Here in New England, we rely too much on fracked gas to heat and power our homes and businesses. If we want to avoid a climate catastrophe, we need to end fossil fuel use by 2050.
This blog was first published as an opinion piece in the Connecticut Mirror on April 15, 2019. Suddenly, recycling is costing cities and towns across Connecticut money. The Connecticut Conference of Municipalities reported that China Sword – China’s new policy of refusing United States’ plastic and paper recyclables – has flipped the economics of Connecticut’s…
Maine just took a big step forward on climate. Last week, Governor Janet Mills announced a bill that could make significant progress toward addressing our climate crisis by drastically reducing climate-damaging emissions while growing our state’s economy.
As I prepare to launch CLF’s Waterkeeper boat this season, I’m reminded that the Great Bay–Piscataqua Estuary is at the heart of what makes the Seacoast region so special. But our estuary is at a tipping point, with too much nitrogen polluting the water. Learn how you can just us to fight for clean waterways on the Seacoast this summer.
“A stew of pollutants is flowing into the Charles every time it rains, threatening decades of efforts to clean up this iconic river,” said Caitlin Peale Sloan, Senior Attorney at CLF. “Stormwater pollution can lead to dangerous cyanobacteria outbreaks, which sicken people and wildlife and have no place in our river. The Charles belongs to everyone, and it’s time we stop giving a free pass to the polluters who are destroying this precious resource.”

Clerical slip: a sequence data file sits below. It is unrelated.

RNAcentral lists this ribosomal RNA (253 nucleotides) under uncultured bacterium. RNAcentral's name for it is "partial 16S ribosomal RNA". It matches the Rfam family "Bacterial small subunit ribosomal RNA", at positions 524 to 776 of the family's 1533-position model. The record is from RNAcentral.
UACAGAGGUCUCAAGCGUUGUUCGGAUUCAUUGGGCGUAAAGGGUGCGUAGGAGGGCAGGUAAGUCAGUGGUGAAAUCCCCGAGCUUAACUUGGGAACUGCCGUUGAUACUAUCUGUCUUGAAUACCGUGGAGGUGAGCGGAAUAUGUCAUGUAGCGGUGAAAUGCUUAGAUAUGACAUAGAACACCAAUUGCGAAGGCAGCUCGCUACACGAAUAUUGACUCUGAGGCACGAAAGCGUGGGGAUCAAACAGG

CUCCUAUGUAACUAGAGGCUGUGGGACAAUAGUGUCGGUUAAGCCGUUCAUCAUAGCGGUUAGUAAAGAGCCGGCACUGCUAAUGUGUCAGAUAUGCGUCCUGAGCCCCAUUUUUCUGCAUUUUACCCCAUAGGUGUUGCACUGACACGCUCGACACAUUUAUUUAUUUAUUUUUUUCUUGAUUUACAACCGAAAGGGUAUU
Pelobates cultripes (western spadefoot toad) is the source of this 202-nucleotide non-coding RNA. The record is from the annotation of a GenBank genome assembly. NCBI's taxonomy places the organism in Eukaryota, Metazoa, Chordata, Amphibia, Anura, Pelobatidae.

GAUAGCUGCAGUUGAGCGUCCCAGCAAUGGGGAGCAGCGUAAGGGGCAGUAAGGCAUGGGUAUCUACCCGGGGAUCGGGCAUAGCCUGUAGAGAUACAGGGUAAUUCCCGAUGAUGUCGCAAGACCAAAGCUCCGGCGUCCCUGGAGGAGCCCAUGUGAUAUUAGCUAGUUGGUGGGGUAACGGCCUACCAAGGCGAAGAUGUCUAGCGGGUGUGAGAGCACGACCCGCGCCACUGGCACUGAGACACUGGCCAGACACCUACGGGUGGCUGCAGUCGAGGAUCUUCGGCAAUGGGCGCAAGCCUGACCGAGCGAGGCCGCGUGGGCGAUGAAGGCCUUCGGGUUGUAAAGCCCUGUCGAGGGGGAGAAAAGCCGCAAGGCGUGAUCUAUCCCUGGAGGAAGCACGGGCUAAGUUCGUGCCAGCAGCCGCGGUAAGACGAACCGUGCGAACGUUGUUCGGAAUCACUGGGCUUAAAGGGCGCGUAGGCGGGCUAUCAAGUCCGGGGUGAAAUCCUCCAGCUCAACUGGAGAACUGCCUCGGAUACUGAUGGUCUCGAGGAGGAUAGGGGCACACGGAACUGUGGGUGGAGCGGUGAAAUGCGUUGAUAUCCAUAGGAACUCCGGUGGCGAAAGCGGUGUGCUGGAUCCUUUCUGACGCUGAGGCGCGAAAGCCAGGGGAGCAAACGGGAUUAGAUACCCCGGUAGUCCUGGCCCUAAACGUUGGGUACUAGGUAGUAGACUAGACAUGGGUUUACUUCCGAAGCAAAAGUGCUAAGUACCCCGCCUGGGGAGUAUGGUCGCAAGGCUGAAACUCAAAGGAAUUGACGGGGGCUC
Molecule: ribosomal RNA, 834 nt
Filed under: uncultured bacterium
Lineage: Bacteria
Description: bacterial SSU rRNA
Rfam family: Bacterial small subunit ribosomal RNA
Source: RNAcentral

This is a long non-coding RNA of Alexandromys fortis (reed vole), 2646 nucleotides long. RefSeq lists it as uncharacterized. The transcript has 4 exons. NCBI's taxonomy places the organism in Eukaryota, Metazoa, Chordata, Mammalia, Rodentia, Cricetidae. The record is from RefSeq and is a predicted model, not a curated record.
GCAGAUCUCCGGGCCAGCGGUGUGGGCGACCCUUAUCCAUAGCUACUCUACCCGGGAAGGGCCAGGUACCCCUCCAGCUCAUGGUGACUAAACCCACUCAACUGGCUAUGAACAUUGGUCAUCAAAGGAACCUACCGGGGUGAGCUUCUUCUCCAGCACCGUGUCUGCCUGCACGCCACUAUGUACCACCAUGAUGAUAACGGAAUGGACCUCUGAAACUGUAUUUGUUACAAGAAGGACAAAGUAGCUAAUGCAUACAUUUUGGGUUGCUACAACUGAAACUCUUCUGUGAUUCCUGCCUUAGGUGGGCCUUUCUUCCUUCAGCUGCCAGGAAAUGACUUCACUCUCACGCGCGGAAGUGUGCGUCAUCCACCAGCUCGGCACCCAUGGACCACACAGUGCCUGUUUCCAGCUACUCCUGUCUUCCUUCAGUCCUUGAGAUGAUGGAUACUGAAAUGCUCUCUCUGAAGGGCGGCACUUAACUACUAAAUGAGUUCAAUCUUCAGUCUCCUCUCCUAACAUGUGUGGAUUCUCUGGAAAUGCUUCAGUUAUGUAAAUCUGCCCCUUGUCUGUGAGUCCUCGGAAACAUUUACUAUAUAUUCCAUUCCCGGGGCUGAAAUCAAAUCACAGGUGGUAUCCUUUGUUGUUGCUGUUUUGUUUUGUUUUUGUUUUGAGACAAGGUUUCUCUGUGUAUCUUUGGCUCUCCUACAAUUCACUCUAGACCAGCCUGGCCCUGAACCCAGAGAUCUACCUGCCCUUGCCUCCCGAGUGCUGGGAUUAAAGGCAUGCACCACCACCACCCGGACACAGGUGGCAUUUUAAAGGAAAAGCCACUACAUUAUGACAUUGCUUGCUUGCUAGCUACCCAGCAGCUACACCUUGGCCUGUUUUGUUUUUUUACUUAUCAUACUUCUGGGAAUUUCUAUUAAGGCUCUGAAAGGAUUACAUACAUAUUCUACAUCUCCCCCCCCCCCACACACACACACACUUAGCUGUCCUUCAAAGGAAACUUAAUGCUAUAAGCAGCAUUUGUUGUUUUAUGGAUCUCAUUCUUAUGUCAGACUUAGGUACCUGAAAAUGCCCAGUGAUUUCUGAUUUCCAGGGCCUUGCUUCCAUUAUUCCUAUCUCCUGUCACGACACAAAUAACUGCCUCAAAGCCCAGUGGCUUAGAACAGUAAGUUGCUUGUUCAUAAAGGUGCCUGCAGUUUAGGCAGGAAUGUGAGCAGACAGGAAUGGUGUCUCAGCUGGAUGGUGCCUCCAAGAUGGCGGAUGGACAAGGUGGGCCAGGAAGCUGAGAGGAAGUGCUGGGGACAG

Two bills introduced in the Massachusetts legislature this session could lead the way for the rest of New England to adapt to our new climate reality.
North Atlantic right whales are one of the most endangered whales on the planet. This iconic species could go extinct in our lifetime, but it’s still within our power to save them. Meet the people using the power of the law, science, and photography to save the right whale — and join us in the fight.
“It’s inexcusable that the companies we trust to transport our children to school are polluting the very air they breathe,” said Alyssa Rayman-Read, Vice President and Director of CLF Massachusetts. “There are laws on the books to prevent this type of air pollution and Transdev is blatantly ignoring them. They need to take responsibility and stop spewing toxic pollution into our neighborhoods.”
“From agriculture and fisheries to recreation and tourism, our regional economy, culture, and way of life are on a knife’s edge,” said Bradley Campbell. “Our ability to stem the loss of other species will tell us whether we have the capacity to save our own.”
Several states, and roughly three hundred U.S. cities and towns, have banned single-use plastic bags. Now, several states in New England, including New Hampshire, are considering similar bans. Kirstie Pecci joins The Exchange to talk more about what we can do to reduce plastic pollution.